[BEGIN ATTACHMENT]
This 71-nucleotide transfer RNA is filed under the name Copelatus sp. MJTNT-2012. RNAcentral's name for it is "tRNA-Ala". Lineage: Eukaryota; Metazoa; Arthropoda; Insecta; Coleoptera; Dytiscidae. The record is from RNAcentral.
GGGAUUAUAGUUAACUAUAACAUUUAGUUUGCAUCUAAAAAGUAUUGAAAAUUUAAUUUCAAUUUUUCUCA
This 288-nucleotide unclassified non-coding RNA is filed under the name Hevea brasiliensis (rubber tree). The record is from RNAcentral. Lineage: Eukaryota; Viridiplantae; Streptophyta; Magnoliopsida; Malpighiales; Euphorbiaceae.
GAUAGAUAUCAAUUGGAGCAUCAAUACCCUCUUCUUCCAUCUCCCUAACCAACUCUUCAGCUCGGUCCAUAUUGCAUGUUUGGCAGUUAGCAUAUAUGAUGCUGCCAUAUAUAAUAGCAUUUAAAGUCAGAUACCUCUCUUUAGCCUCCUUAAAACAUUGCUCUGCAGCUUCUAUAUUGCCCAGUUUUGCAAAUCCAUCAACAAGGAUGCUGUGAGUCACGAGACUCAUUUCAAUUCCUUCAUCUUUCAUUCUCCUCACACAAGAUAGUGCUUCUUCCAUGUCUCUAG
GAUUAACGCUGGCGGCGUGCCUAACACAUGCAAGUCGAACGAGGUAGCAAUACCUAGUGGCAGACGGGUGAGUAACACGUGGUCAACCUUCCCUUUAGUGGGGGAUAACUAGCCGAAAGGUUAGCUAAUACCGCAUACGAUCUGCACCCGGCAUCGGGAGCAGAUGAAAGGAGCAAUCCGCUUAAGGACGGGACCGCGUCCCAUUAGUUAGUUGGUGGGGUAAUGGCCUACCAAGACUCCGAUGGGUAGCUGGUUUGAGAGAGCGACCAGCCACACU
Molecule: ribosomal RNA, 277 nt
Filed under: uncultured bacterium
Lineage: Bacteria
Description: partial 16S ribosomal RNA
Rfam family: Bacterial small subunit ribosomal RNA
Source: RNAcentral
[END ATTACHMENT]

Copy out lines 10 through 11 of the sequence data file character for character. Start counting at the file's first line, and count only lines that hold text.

Rfam family: Bacterial small subunit ribosomal RNA
Source: RNAcentral